He has also announced the construction of statues in Tahrir Square and the southern city of Nasiriyah to commemorate those killed – but ultimately tackling the power of the armed groups and their affiliated political parties has been beyond his abilities.
One Iraqi official told AFP on condition of anonymity that Kadhimi knew “who and where the killers are, but we cannot arrest them or announce that. It’s too sensitive”.
The demonstrators that first took to the squares of cities across Iraq last years were not a homogenous group, instead ranging from religious conservatives and nationalists to secularists and communists, and a whole range of issues and demands flowed from different corners of the movement.
Nevertheless, there were a number of specific demands common across the movement.
One of these was the introduction of a new electoral law that would allow independent candidates to run in elections, bypassing the political parties who have wielded power in Iraq since 2003.
Kadhimi – who came to power in May after months of wrangling in the wake of the resignation of Adel Abdul Mahdi in December – has pledged to implement the law (which was officially approved by parliament in December) and has set June 2021 for new elections.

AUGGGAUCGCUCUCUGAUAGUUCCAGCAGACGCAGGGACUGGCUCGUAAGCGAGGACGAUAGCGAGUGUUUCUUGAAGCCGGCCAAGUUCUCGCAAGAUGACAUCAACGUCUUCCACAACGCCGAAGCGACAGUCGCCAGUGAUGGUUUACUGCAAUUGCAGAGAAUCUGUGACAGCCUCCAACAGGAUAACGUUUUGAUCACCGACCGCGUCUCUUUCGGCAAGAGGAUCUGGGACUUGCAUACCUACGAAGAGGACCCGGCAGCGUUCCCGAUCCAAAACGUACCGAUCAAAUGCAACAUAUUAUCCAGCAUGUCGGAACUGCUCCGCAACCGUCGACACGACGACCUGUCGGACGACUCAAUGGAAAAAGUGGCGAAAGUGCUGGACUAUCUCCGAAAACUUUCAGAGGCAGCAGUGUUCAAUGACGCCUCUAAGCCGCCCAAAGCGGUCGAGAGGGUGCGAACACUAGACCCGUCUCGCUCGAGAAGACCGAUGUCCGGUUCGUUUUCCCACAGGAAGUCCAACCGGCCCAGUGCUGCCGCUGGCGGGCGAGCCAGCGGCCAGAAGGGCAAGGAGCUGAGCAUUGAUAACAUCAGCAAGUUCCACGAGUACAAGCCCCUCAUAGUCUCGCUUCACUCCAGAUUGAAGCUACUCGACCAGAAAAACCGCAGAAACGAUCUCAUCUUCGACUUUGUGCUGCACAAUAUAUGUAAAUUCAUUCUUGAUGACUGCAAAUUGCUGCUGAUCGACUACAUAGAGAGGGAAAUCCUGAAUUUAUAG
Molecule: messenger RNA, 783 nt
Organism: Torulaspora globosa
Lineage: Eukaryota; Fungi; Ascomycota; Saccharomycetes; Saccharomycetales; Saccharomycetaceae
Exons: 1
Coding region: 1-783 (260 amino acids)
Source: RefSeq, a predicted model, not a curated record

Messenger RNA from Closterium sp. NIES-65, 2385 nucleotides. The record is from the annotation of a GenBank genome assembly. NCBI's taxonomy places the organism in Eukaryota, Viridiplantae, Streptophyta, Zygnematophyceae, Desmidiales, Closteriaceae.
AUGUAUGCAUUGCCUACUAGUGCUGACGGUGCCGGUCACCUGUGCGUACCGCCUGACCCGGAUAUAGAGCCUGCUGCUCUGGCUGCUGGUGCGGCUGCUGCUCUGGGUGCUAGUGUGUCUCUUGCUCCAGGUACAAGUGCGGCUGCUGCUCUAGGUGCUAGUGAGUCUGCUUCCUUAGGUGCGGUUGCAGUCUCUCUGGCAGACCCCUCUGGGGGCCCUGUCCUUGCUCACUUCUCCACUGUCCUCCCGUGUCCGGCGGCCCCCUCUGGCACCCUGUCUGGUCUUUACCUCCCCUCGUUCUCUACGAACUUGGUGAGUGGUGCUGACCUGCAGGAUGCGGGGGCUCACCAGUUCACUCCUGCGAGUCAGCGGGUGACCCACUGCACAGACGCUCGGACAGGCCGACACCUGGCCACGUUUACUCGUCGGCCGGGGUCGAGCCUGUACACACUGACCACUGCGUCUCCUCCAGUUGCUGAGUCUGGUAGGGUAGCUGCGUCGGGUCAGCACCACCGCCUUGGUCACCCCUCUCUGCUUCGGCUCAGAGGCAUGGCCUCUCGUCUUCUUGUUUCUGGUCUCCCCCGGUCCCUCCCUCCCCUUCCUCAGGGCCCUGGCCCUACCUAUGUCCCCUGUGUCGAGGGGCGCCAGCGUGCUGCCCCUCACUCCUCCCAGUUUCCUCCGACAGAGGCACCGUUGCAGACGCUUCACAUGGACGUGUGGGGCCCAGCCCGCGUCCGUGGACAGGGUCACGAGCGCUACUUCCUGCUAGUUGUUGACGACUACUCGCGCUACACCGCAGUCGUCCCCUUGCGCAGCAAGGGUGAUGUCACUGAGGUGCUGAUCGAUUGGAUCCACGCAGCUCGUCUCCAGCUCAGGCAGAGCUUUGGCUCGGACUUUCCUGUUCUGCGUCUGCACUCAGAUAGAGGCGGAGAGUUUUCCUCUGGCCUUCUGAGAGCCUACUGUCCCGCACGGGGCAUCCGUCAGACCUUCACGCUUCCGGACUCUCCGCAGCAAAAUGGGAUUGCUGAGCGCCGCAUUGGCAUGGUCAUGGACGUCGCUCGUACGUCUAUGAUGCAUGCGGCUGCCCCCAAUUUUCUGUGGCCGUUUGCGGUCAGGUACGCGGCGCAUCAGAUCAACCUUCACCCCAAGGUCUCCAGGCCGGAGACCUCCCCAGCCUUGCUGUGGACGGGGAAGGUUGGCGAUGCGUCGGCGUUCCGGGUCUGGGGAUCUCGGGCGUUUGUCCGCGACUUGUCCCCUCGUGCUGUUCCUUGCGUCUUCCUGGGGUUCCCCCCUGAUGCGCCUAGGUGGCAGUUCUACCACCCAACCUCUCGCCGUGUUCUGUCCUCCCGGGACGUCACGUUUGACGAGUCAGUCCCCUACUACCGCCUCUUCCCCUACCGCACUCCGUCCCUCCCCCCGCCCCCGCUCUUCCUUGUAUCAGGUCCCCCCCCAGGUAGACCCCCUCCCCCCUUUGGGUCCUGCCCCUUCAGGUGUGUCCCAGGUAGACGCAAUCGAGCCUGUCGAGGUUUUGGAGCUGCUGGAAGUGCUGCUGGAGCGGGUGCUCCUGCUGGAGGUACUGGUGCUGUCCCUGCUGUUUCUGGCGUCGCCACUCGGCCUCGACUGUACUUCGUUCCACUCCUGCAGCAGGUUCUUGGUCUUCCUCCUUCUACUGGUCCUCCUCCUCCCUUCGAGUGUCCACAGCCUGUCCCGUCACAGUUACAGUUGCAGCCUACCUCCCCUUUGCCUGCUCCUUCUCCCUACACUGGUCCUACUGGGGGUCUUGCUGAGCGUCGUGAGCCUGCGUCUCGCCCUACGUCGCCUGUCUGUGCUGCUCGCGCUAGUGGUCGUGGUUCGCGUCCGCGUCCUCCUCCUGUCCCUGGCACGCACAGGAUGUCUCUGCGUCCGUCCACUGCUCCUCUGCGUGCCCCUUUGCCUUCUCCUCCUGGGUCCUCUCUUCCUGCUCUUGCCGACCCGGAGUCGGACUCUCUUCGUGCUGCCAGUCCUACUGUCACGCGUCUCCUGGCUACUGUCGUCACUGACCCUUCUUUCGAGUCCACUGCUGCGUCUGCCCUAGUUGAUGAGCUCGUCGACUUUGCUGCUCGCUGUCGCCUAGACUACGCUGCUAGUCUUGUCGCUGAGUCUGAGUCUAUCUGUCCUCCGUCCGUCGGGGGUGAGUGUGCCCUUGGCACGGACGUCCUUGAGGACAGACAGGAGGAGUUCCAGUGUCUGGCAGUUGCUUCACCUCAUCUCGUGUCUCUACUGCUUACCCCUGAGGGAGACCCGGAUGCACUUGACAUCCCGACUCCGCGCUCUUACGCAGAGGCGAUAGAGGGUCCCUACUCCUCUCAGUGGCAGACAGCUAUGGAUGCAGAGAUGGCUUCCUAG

But despite being nominally approved, the actual details of the law and its implementation have been subject to heated debate, and many protesters believe it will simply be watered down.
Crucial details around the size of electoral districts and whether candidates would run independently, or on lists, are still being discussed.
Kadhimi has been keen to position himself as being on the side of the protesters, but – regardless of the sincerity of this position – he has had to struggle with an entrenched political establishment who do not want to see their privileges removed, and with few allies in parliament to support him.
“I don’t think it will placate protesters when it is published because people will be looking at what the details are – what is going to change, how will we ensure there are new and better representatives of the people,” said Sajad Jiyad, a political analyst based in Baghdad.
For most of the protesters, the political parties were always the main target, and stripping power away from them, the ultimate goal.